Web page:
We’re also sponsoring a Live, Improvised, Musical Presentation of Ghost Court! It’s the live-action game of undead courtroom dramedy as you’ve never seen it before. See you there Friday evening at 8! The venue is just a 20-minute walk or 5-minute drive from the convention centre.
Seating is cabaret-style; enjoy a meal, a drink, and what is sure to be an incredible show!
May 16 2018
Thanks to your generous support, Star Crossed passed its funding goal with flying colours.
We are floored by the outpouring of support our two-player game of forbidden love has inspired. Excuse us for the next few months while we keep our heads down with production, printing, and fulfillment.
Missed out on the campaign? Join our monthly-ish newsletter to stay in the loop on our plans for pre-orders and distribution!
With infinite gratitude,
— The Bully Pulpit Team
Apr 10 2018
Star Crossed is now LIVE on Kickstarter!
Be the first to get this hotly anticipated two player game of forbidden love.
Develop characters who are irresistibly drawn to each other.
Build a world that keeps them apart.
Pull from the tower to find out what happens.
The Beloved Edition is a work of art – it comes with beautiful maple tower, tear-away pads of character sheets for instant setup, and an envelope of index-sized scene cards, along with the full-colour rule book in a sturdy box adorned with art by our Ignatz Award-winning Illustrator Jess Fink.
Already have a tower you love? Back at the Internet Crush edition for just the PDF of the game.
Either way, you’ll get to see the pre-release draft right away.
Jason Morningstar, our lead designer, on Star Crossed:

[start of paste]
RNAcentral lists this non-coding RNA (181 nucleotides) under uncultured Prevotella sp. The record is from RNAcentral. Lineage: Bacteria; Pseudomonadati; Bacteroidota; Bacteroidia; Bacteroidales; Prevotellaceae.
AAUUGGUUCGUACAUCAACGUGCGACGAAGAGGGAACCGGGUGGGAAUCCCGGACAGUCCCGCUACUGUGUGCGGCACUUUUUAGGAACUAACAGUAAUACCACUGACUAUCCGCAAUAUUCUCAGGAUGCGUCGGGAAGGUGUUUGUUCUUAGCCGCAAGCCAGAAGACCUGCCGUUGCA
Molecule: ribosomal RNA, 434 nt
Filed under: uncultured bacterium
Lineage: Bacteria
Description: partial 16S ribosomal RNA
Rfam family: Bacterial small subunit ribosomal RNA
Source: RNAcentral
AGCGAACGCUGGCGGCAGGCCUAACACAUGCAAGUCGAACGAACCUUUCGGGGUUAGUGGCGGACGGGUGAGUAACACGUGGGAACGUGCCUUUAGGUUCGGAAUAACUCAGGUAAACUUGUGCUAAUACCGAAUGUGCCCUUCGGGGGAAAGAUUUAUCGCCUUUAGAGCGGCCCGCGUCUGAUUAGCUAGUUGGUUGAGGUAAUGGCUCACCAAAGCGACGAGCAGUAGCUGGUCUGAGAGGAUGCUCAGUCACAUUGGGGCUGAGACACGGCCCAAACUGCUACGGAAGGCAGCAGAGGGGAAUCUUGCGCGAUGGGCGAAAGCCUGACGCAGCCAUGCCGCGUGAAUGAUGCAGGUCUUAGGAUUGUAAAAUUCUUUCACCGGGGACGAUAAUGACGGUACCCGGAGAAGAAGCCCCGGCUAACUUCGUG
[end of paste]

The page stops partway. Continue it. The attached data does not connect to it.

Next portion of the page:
…a simple, fun game absolutely filled with delicious romantic tension. The beauty of Star Crossed to me is that it is a very precise story-generator operating along a desperately under-served axis. It isn’t a ‘couple’s game’ (although I’ve heard stories of people bonding over it, by various definitions of bonding). You can totally play Star Crossed with your buddy or a stranger, and it doesn’t feel weird. But the stories that emerge are all about tragic, doomed, love – pretty much the #1 theme in poetry and literature since forever. We all have these literary tools in our arsenal and never get to use them, because most games are about other things and don’t foreground love and romance at all. Sometimes this is deliberate, because human emotions are hard! Sometimes it just gets lost. But in Star Crossed that’s all there is. It’s a game about a romantic relationship that probably shouldn’t happen, and the aftermath of that. Will they? Won’t they? Will it all end in a sad shambles? (Probably.)
When I played Star Crossed for the first time, we told the super sad story of a bus driver and the passenger he loved. They went to the same church and they were both married, and everything was deliciously awkward, and in the end they just couldn’t leave their settled simple lives and parted ways, heartbroken. It felt like a pretty good short story and it felt grounded and real. I am told you can also play sexy sentient spaceships and the hyper-intelligent living stars they love, Regency-era rake-hells who are into melancholy ghosts, and all sorts of things.
The Kickstarter is only on until May 10th! Back now, and tell your friends!